A personality like Bal Thackeray cannot be contained in one film – he requires a sequel. That is what the makers of Thackeray allude to, as the film ends on a ‘to be continued…’ footnote. This is an account of the Shiv Sena supremo’s life, produced by the party’s MP Sanjay Raut, so you have a fair idea what to expect.
Director: Abhijit Panse
Writer: Abhijit Panse
Stars: Nawazuddin Siddiqui, Amrita Rao, Radha Sagar
Times Of India
Balasaheb Thackeray, as he was fondly called by the public and his peers, was an influential leader and an equally controversial figure. His political career had many fiery moments characterised by crowd-cheering speeches, some of which resulted in riots and violence, too. The film presents both the applauded and the less appreciated shades of Thackeray’s life and career. Powered by a stellar performance by Nawazuddin Siddiqui, this biopic rises above an inconsistent screenplay, to present an intriguing political career.
The director takes some smart decisions, like presenting most of the first half of the film in black & white. The monochrome helps establish the period setting of the film, as the production design by Sandeep Ravade, assisted by CGI shots, recreate the old Bombay quite well. The film also features a lot of real political leaders with their actual names and the casting is bang on. But, the inconsistent screenplay doesn’t help the film at all. The director also gets a bit indulgent on occasions, employing ambitious cinematic transitions (a hammer banging on the top of the Babri Masjid swiftly transitioning into the judge’s gavel in Court) that stick out like a sore thumb.
Writer and producer Sanjay Raut doesn’t distort facts from Bal Thackeray’s story. The riled up speeches, the unapologetic candour and the larger-than-life persona is presented without a veil. While the honesty is commendable, it comes across that the lead character’s political motivations lack clarity. Perhaps a more seasoned writer could have fleshed out Thackeray’s character and eccentricities a lot better. But its Nawaz’s nonchalant performance that overshadows the flaws and leaves a lasting impact.
Some films make it clear where they stand. In the case of Thackeray — written and directed by MNS leader Abhijit Panse, produced by Shiv Sena MP Sanjay Raut, editor of the party’s periodical ‘Saamna’ — there is no doubt about its allegiance. I walked in primed for a film back-pedalling extremism in order to justify the late Balasaheb Thackeray’s actions. I expected scenes depicting the politician as a warm and misunderstood figure, and a film that essentially turns him into a hero. This is not that film.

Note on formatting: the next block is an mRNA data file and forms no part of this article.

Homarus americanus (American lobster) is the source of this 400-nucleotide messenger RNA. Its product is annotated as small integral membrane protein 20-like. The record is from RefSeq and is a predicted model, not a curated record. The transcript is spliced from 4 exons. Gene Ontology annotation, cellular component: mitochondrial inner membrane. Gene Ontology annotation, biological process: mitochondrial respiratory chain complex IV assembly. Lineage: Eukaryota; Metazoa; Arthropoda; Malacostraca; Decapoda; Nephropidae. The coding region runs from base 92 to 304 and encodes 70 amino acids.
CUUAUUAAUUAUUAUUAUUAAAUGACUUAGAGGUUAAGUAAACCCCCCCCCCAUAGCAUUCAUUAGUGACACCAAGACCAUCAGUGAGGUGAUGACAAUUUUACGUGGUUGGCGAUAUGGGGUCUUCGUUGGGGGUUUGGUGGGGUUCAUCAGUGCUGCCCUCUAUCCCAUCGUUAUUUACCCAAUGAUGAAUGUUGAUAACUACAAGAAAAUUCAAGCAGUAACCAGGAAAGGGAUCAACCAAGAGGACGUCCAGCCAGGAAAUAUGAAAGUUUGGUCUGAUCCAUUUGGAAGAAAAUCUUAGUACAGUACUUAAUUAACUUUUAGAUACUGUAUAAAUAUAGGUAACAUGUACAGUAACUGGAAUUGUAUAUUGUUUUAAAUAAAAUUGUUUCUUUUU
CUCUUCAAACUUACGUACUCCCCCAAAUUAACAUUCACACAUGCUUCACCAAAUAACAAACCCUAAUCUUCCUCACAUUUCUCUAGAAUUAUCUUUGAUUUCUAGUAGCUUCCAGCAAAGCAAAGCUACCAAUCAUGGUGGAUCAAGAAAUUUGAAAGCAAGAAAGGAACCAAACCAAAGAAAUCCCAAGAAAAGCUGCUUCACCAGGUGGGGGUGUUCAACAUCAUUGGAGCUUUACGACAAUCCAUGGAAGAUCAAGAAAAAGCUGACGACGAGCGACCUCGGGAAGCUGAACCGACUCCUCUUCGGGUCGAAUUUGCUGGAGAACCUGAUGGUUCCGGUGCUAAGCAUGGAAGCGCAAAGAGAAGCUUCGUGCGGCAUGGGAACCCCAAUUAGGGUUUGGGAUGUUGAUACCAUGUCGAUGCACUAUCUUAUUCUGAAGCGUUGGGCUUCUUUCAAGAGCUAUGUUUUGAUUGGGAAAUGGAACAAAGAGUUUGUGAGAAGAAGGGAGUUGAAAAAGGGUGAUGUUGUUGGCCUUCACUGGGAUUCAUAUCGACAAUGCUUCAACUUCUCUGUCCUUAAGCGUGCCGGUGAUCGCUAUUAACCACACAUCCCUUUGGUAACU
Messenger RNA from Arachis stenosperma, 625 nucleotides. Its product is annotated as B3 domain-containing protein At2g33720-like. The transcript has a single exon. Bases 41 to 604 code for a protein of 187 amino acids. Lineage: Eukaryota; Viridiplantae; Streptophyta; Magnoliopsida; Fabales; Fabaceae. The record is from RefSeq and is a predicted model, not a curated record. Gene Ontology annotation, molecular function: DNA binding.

It is a film made with polish — the high-contrast black and white cinematography by Sudeep Chatterjee is quite striking — that feels reminiscent of Ram Gopal Varma’s older, finer work. Charting the rise of a mere cartoonist to one of the most powerful political figures in the country, Thackeray even feels like a prequel to Varma’s Sarkar, a film that paid slavish tribute to the politician. Sarkar, however, had presented the leader as a man of nobility, while Thackeray presents him — exultantly — as a tyrant. See how much power he wields? See the way he threatens politicians, or reduces places of worship to rubble? See the way he gets a cricket pitch dug up? That’s our Tiger.
This film is either oblivious or blatantly self-aware, a work not of propaganda as much as it is a work of pride, the celebration of a legacy of violence. In an early scene the leader jeers at the idea of manhood as being measured by the width of a man’s chest, and later the film goes from black and white to colour with one flower turning orange, a shot that cruelly and unmistakably mocks the end of Schindler’s List. In the final reckoning, Thackeray should be considered a cautionary tale about the ugliness of hate speech. Saying revolting things does not make a revolutionary.